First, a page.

Rhone Resch, president and chief executive of the Solar Energy Industries Association, said the deal could be a harbinger of what's to come in the industry.

"The biggest challenge we have faced in recent years is project financing," Resch said. "This starts to free up capital and allow the industry to begin to scale up."

With 350 projects built or underway, SunEdison is already one of the world's largest developers of solar energy projects. The company has a healthy backlog of plants going through the permitting process and waiting for funding.

SunEdison specializes in developing projects in areas near existing portions of the electrical grid in order to avoid large transmission costs. Its plants range from big, utility-scale operations to smaller rooftop systems feeding power to everything from Kohl's retail stores to Montgomery County school buildings. Any excess is typically sold back to utilities.

SunEdison employs about 100 people at its Beltsville offices. Last November, the company was bought by MEMC, a St. Peters, Mo.,-based manufacturer that sells silicon wafers to the semiconductor and solar industries.

"Our model has not changed," said SunEdison President Carlos Domenech. The joint venture "serves as an accelerator."

SunEdison and First Reserve have agreed to put $167 million into their new venture, which they say should be enough to attract additional debt financing to fund as much as $825 million in new projects. First Reserve may raise an additional $150 million of equity, which can be leveraged to bring the total amount of projects funded to $1.5 billion, the companies said.

"We're looking for a way to invest in solar projects and a way to do it on an economical scale," said Mark Florian, managing director of First Reserve Energy Infrastructure.

First Reserve has $20 billion under management and invests exclusively in energy projects. It has offices in Houston, London and Greenwich, Conn.

Demand for solar power is projected to grow. At least 24 states have adopted rules requiring utilities to generate power from renewable sources, and federal climate legislation contemplates a national standard. Maryland and D.C. have adopted portfolio standards, as they are known, and Virginia has established nonbinding goals, according to an Energy Department summary.

In addition, the federal government has adopted tax credits, grants and loan guarantee programs to create incentives for new solar projects.

The cost of manufacturing solar cells has fallen 40 percent in less than two years, which many attribute in part to a decision by several countries to curb incentives. Spain, in particular, moved to cap the size of its market, shrinking the opportunities there by roughly 75 percent, Resch said. Many manufacturers that ramped up production in anticipation of new orders suddenly found themselves with a glut of supply.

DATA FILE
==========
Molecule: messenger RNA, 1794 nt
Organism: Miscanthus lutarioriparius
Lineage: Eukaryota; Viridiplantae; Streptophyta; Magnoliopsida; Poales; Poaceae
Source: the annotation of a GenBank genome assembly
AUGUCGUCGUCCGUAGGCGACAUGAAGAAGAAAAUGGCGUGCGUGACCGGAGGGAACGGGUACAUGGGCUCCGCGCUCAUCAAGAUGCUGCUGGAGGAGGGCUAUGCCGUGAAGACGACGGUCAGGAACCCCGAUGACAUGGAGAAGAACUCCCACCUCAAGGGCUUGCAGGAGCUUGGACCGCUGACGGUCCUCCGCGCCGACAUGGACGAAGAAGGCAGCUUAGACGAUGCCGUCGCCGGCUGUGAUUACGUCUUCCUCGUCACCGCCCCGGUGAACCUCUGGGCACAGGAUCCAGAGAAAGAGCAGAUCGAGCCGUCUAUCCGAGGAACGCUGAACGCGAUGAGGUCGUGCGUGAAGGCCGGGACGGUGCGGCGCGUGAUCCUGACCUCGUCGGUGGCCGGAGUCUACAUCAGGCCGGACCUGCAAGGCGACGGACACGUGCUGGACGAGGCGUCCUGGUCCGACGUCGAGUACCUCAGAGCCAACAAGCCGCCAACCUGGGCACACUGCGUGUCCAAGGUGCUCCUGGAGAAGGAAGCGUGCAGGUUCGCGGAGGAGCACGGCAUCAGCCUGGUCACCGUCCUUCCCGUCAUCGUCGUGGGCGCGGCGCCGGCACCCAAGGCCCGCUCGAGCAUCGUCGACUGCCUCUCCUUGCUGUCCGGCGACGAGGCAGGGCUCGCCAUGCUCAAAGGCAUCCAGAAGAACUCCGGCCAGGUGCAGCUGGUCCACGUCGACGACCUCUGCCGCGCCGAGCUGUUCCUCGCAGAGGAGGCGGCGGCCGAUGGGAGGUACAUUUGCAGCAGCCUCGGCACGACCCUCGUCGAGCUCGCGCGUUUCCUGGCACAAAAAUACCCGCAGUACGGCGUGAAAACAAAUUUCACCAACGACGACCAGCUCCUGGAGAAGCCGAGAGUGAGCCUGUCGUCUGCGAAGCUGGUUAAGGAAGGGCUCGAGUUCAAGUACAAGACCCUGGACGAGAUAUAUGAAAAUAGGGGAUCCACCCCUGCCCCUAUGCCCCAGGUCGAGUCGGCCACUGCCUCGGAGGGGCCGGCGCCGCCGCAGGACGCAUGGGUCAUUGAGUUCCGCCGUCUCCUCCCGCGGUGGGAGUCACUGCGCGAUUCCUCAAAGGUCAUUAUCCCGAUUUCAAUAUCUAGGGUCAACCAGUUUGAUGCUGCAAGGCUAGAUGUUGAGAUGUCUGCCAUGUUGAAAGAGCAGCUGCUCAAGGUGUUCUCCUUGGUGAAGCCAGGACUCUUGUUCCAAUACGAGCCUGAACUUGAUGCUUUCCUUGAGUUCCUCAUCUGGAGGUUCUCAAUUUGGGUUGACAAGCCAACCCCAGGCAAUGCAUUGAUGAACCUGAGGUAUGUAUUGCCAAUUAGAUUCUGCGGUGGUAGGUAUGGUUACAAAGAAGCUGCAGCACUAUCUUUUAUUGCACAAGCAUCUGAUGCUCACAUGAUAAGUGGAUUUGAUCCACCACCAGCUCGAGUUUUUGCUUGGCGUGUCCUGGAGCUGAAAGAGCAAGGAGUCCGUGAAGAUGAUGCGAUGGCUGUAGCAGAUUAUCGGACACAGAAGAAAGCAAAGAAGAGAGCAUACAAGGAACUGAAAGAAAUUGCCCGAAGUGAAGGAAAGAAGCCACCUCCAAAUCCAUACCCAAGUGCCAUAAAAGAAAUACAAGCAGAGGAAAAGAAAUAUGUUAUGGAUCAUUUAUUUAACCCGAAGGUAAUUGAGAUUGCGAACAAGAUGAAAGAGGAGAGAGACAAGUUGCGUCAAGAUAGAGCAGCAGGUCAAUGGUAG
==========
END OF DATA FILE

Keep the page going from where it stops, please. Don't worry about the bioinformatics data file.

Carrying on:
Source - Washington Post

Wednesday, 26 May 2010

Taipower to Build Taiwan’s Biggest Solar Power Plant (Update1)

May 26 (Bloomberg) -- Taiwan Power Co. plans to build the island’s biggest solar power station in the southern county of Tainan as the government aims to reduce carbon emissions.

The proposed 5-megawatt plant will surpass a 4.6-megawatt facility being constructed in the neighboring Kaohsiung County, Tu Yueh-yuan, chief engineer of Taiwan’s biggest electricity producer, said by telephone in Taipei today. One megawatt is enough to power 800 U.S. homes.

State-run Taiwan Power, known as Taipower, is building solar stations and wind turbines as the government aims to have renewable energy account for 15 percent of the island’s electricity generation capacity by 2025 to help cut carbon emissions. The industrialized island releases about three times more heat-trapping gases per person than the world average, Bloomberg data show.

“Budget for it won’t be a problem” as the company plans to boost solar power capacity, Tu said. Details of the project, including costs, aren’t yet available, she said.

The utility is negotiating with state-run Taiwan Sugar Corp., which owns the land for the proposed site, Tu said. Taipower plans to build another solar power station, with installed capacity of 4 megawatts, on Taiwan Sugar-owned land in Tainan, She said.

Energy Sources

Renewable source, including solar energy and wind turbines, accounted for 5.7 percent of Taiwan’s installed capacity as of April, according to Taipower’s website.

Taiwan’s government set minimum wholesale prices in December for electricity generated by solar panels and wind turbines at levels higher than for power from fossil fuels to spur renewable energy production.

Lawmakers approved the Renewable Energy Development Act in June, designed to help cut carbon emissions and reduce the island’s dependence on imports, according to the Bureau of Energy. Taiwan relies on overseas shipments for about 99 percent of its energy needs.

The 60-megawatt Olmedilla plant in Spain is the world’s biggest photovoltaic power station, according to, a website on solar technologies and applications.

The government owns 97 percent of Taiwan Power, which generates about 75 percent of the electricity the island uses.

Source - Business week

Okotoks solar community sets world record

Okotoks’ solar community has set a world record in energy production after becoming the first to provide 80 per cent of space heating from the sun.

Drake Landing, a solar community of 52 homes, is well on its way to achieving a goal of 90 per cent space heating over five years after reaching 80 per cent in only three.